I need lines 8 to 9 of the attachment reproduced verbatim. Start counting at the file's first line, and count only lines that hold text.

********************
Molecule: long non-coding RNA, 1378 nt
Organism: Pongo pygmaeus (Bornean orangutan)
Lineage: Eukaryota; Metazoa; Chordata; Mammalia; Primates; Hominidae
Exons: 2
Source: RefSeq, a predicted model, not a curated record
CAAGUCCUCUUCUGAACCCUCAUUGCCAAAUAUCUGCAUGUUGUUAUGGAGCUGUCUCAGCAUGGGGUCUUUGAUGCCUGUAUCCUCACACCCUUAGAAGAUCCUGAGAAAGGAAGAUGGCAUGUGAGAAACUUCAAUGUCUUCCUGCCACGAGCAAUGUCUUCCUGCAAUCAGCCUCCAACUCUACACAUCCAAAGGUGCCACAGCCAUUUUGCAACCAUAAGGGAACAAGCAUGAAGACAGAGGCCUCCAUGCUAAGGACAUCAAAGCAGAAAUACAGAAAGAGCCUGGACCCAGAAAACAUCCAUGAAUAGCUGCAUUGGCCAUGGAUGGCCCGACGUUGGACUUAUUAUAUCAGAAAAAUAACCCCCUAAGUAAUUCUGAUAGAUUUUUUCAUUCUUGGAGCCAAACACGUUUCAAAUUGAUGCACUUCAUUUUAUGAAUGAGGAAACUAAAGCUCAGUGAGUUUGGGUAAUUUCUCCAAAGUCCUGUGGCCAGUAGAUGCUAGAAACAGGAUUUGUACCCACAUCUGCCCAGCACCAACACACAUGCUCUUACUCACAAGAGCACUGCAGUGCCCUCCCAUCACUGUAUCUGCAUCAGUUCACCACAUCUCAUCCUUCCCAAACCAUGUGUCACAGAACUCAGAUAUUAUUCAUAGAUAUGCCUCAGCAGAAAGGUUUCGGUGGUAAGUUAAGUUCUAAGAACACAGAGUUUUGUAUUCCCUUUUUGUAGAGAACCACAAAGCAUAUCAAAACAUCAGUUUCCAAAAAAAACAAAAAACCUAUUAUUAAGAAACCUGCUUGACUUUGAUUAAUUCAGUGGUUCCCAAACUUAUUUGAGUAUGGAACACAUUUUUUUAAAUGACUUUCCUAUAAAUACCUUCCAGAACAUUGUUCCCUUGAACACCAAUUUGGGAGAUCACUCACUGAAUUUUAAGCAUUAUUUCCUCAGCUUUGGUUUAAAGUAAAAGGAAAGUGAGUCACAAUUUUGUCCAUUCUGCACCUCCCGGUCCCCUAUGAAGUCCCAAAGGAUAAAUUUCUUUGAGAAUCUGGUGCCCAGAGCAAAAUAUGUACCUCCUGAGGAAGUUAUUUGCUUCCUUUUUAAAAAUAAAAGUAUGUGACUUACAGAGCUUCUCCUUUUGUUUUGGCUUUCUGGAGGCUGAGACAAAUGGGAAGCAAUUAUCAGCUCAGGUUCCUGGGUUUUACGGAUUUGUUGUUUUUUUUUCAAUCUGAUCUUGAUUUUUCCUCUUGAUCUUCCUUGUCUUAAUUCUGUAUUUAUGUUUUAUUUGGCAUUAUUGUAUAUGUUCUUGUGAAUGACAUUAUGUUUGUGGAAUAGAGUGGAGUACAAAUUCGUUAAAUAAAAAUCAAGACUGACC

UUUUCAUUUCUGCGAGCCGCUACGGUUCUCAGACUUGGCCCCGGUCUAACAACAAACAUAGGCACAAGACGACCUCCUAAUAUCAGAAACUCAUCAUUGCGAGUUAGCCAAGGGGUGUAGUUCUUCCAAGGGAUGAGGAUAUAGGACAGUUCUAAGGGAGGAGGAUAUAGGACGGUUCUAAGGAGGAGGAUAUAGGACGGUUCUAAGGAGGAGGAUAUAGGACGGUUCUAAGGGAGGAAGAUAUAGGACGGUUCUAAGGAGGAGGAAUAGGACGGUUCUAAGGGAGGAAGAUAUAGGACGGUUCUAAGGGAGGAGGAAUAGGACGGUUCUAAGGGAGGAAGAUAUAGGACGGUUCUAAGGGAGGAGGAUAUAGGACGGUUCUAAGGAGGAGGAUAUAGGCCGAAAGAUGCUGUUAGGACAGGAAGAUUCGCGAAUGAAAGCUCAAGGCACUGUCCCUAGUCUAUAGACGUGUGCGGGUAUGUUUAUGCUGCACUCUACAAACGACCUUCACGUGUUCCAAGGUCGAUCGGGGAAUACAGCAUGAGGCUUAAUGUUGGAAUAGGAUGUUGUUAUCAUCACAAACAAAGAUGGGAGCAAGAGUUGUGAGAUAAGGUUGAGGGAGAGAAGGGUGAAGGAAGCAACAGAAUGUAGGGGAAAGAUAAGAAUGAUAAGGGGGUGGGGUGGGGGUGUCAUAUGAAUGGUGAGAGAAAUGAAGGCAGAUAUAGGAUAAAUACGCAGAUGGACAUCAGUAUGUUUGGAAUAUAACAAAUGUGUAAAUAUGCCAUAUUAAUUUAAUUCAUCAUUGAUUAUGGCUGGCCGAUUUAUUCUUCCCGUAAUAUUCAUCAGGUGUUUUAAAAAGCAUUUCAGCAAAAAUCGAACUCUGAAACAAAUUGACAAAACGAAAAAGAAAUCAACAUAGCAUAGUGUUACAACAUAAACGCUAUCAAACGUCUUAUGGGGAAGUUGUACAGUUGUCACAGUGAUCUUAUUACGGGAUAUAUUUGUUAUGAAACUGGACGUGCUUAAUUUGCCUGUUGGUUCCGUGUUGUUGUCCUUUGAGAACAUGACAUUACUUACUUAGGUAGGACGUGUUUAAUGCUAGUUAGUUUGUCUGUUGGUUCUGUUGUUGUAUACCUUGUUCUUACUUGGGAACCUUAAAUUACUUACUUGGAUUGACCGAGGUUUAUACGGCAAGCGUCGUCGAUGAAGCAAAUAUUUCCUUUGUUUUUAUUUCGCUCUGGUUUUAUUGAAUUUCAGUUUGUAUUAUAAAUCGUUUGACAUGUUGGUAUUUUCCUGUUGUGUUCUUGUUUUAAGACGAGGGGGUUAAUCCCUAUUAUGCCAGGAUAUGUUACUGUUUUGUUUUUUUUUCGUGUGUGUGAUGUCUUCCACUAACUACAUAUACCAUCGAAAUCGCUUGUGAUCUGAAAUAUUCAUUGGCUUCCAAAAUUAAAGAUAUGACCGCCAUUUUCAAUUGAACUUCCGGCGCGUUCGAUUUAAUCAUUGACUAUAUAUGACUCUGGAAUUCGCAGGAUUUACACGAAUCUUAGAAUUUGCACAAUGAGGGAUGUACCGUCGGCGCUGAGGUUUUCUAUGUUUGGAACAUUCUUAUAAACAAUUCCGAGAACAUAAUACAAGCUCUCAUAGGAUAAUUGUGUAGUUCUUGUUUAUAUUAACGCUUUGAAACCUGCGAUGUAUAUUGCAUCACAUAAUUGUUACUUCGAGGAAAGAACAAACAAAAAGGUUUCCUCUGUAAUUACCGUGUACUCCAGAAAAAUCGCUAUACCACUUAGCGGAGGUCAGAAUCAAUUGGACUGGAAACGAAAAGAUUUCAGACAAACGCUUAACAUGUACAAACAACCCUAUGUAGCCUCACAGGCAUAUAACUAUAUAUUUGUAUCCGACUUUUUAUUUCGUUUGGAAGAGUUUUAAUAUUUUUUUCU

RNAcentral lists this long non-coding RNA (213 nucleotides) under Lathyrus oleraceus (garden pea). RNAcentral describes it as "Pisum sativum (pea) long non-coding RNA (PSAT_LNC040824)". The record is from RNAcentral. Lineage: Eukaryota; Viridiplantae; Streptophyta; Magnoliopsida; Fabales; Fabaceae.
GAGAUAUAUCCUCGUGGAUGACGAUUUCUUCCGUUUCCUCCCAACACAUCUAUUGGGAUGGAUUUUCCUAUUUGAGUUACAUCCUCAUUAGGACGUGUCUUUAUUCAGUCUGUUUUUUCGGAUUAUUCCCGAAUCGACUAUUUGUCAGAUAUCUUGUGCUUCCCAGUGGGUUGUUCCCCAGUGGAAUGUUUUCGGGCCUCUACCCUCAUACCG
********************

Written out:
RNAcentral lists this long non-coding RNA (213 nucleotides) under Lathyrus oleraceus (garden pea). RNAcentral describes it as "Pisum sativum (pea) long non-coding RNA (PSAT_LNC040824)". The record is from RNAcentral. Lineage: Eukaryota; Viridiplantae; Streptophyta; Magnoliopsida; Fabales; Fabaceae.
GAGAUAUAUCCUCGUGGAUGACGAUUUCUUCCGUUUCCUCCCAACACAUCUAUUGGGAUGGAUUUUCCUAUUUGAGUUACAUCCUCAUUAGGACGUGUCUUUAUUCAGUCUGUUUUUUCGGAUUAUUCCCGAAUCGACUAUUUGUCAGAUAUCUUGUGCUUCCCAGUGGGUUGUUCCCCAGUGGAAUGUUUUCGGGCCUCUACCCUCAUACCG